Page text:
There is a growing body of evidence to suggest that estrogens might act as carcinogenic factors not only through the ER but also through a genotoxic mechanism. Estradiol can be converted to so-called catecholestrogen metabolites by P450-mediated hydroxylation. Unless they are detoxified, these catecholestrogens can undergo a process called redox-cycling. This process leads to the formation of reactive oxygen species that can lead to DNA damage and lipid peroxidation, as well as to the formation of reactive intermediates that can directly adduct to DNA, which might lead to mutagenesis. There is evidence that this happens in tissue culture and in animal models of estrogen-induced cancer, as well as a limited amount of evidence from studies with human breast cancer tissue.,

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Mapping Of Sequencing Data

Mapping of the Color Space sequencing reads to the reference genome was performed with the Lifetech Lifescope 2.5.1 bioinformatics software suite, after âa prioriâ error correction with the SAET procedure. The resulting alignment files in standard.bam format were analyzed for peak calling directly with the MACS software version 1.4.1 . In addition, the.bam alignments were converted to the.bed format with the bamToBed bedtools utility and used for peak calling with the SICER analysis software in order to take into account the heterogeneous nature of these DNA – protein interactions which may include quite long areas of interaction. All intersections between MACS and SICER bed files and genome-wide features was performed with the bedTools v2.17.0 software suite .

How Are Hormone Therapy Medicines Used

Hormone therapy medicines may be used alone, with another type of hormone therapy, or with another type of prostate cancer treatment.


Monotherapy is when only one type of hormone therapy medicine is used to lower the amount of testosterone in your body. Monotherapy can be effective in shrinking a prostate cancer tumor, slowing the spread of your prostate cancer, and relieving pain caused by your prostate cancer. Monotherapy may be used with neoadjuvant therapy or adjuvant therapy. Please read When is Hormone Therapy Used for Prostate Cancer? to learn more about neoadjuvant and adjuvant therapy.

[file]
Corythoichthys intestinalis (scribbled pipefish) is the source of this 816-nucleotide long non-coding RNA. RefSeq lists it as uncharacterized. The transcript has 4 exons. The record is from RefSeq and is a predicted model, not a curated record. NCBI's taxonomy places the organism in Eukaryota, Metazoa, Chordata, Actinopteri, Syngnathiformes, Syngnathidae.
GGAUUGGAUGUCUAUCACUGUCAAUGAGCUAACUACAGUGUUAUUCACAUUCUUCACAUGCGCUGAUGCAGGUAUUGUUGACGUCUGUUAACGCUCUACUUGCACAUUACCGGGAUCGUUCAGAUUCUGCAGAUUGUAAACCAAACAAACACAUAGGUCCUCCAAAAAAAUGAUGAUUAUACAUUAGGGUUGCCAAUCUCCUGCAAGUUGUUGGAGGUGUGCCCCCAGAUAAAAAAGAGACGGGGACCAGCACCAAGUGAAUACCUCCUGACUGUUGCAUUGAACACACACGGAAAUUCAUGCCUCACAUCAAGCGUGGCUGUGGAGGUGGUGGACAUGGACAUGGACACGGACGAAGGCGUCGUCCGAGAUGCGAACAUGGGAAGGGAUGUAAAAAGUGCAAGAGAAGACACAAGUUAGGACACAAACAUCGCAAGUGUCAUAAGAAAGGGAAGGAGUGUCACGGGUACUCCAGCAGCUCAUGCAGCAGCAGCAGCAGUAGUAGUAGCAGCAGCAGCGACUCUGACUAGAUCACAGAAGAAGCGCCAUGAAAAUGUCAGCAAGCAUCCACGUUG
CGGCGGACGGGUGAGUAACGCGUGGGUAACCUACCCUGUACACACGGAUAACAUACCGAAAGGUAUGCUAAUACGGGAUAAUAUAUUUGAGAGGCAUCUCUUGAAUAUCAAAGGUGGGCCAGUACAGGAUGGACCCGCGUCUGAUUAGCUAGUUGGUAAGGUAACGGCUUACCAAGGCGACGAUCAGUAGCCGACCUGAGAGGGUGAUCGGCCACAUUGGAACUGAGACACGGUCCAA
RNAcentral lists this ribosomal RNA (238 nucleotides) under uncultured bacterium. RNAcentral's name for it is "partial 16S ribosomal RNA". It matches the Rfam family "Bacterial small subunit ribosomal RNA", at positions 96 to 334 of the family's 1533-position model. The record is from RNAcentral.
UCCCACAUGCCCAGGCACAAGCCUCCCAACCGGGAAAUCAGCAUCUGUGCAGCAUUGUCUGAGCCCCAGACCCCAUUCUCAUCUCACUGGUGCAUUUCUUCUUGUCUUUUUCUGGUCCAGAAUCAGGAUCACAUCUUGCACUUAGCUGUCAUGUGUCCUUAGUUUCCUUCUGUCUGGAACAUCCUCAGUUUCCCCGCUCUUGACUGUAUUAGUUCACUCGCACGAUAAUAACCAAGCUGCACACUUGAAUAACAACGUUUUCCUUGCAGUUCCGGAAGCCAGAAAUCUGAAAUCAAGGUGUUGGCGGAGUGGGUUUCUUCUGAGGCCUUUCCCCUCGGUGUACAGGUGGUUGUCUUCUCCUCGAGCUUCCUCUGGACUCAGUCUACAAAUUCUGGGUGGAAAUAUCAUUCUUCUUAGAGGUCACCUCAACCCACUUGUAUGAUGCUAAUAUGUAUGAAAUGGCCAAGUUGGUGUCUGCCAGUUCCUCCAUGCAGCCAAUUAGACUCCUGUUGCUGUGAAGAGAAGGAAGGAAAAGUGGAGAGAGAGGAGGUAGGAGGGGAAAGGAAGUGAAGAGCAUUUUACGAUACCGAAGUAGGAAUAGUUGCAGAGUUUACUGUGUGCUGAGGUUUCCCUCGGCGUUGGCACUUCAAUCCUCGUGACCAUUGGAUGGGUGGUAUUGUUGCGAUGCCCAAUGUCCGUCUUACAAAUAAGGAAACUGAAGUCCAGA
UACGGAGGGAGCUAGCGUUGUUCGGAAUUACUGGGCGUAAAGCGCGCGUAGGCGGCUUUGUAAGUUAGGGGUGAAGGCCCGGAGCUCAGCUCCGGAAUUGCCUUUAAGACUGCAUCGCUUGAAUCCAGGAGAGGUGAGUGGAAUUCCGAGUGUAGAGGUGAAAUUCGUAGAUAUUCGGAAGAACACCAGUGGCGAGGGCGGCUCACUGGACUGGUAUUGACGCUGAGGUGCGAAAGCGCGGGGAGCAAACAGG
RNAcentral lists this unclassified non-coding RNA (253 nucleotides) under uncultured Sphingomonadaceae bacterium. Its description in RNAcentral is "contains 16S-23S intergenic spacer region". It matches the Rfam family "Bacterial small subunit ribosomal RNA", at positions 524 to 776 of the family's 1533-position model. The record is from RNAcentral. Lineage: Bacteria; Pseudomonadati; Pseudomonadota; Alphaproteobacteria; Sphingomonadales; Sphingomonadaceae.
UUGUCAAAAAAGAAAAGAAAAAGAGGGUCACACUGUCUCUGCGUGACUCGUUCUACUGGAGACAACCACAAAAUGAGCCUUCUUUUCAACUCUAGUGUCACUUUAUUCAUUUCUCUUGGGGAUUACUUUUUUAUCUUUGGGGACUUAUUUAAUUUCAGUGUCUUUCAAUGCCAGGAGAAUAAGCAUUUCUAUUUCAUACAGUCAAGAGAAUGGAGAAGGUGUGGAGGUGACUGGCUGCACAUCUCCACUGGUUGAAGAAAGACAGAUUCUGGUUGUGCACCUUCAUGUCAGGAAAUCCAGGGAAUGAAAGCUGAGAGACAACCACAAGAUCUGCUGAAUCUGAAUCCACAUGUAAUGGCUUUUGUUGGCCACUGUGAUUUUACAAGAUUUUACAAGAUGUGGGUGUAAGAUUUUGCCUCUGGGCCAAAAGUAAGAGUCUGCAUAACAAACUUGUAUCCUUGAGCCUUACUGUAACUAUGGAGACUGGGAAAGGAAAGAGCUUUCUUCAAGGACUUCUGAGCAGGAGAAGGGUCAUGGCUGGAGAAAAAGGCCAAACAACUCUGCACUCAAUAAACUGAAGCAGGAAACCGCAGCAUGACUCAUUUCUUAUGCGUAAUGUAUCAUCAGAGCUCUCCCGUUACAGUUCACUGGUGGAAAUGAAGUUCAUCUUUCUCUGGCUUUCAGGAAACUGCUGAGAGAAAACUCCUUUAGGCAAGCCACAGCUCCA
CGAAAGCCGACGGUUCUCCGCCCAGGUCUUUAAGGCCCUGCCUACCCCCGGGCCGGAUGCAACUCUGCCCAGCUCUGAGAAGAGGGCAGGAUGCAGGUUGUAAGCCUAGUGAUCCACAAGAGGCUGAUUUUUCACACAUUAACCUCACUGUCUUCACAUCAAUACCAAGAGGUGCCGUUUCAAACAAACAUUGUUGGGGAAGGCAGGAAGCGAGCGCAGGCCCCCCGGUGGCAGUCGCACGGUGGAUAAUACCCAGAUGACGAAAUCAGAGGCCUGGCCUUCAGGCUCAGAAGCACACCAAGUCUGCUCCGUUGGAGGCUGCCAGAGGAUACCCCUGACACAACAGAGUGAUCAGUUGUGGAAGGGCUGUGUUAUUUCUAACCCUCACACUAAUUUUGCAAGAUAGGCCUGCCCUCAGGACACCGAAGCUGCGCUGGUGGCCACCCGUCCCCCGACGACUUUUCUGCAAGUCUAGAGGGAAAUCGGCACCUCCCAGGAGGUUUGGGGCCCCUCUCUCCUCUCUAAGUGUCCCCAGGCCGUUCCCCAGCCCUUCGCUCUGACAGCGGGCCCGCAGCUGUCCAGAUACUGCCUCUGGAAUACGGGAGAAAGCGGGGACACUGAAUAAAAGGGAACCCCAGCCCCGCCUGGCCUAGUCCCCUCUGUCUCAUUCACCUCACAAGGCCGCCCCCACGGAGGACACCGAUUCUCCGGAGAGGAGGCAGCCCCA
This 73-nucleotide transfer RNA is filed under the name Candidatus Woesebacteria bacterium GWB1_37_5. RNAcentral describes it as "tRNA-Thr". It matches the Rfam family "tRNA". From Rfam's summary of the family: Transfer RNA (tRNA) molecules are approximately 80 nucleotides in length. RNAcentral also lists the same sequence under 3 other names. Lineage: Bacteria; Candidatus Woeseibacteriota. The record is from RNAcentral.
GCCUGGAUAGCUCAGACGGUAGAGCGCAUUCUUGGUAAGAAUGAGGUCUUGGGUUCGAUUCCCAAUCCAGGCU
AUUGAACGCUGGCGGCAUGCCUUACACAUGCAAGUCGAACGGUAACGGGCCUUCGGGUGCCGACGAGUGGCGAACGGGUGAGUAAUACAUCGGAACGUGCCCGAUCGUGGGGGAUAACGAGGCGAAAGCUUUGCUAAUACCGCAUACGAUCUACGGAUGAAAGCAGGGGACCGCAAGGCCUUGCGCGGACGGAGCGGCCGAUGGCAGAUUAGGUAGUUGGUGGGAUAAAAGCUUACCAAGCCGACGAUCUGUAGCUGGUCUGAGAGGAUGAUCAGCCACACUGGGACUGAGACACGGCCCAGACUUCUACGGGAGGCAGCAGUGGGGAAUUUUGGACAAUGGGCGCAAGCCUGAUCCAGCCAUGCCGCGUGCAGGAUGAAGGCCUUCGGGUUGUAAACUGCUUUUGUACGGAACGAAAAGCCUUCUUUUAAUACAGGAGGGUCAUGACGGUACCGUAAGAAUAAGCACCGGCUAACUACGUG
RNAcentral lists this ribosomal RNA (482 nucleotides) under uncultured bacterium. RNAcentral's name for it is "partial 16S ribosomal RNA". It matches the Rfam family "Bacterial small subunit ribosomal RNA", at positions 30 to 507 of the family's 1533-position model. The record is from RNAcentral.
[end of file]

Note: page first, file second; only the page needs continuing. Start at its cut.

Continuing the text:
Combination therapy

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Targeting Ers In Pc: Therapeutic Approaches

Androgen deprivation therapy, either medical or surgical, is the first line of treatment for PC. Although more potent AR antagonists have been designed, resistance to these drugs continues to develop, resulting in CRPC, which is almost untreatable . Alternative approaches to androgen ablation need to be considered to prevent progression and metastatic spreading of PC.

Selective ER modulators are synthetic estrogen receptor ligands that show both estrogenic and/or antiestrogenic effects, depending on cell type and the different expression and/or activation of transcriptional co-regulators. By inducing a conformational change in ERs, SERMs might influence the interaction between ER and co-regulatory proteins . Several SERMS, such as tamoxifen, toremifene, and raloxifene, are able to suppress PC growth in mouse models and cultured cells . However, clinical trials with high-dose tamoxifen or toremifene did not show significant effects , and the combinatorial use of toremifene and ADT in patients with advanced PC has only recently been found to have a relative beneficial effect . Further, clinical trials with larger cohorts are needed to confirm these promising phase IIA results.

New Directions In Hormonal Carcinogenesis

What is the Best Hormone Therapy for Prostate Cancer?

The idea that endogenous levels of circulating hormones are the primary determinants of cancer risk is troubling, since endogenous hormones are not an easily modifiable risk factor, like diet or smoking. We simply cannot remove or lower endogenous hormones to reduce cancer risk. Thus, we are forced to develop new strategies for early detection and prevention. These new strategies are just beginning to be explored. In the area of early detection, we must identify biomarkers of high risk, such as specific genotypes. In the area of prevention, new chemopreventives, such as tamoxifen, offer hope to high-risk individuals that cancer can be prevented.

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Drugs That Stop Androgens From Working


For most prostate cancer cells to grow, androgens have to attach to a protein in the prostate cancer cell called an androgen receptor. Anti-androgens are drugs that also connect;to these receptors, keeping the androgens from causing tumor growth. Anti-androgens are also sometimes called androgen receptor antagonists.

Drugs of this type include:

  • Flutamide

They are taken daily as pills.

In the United States, anti-androgens are not often used by themselves: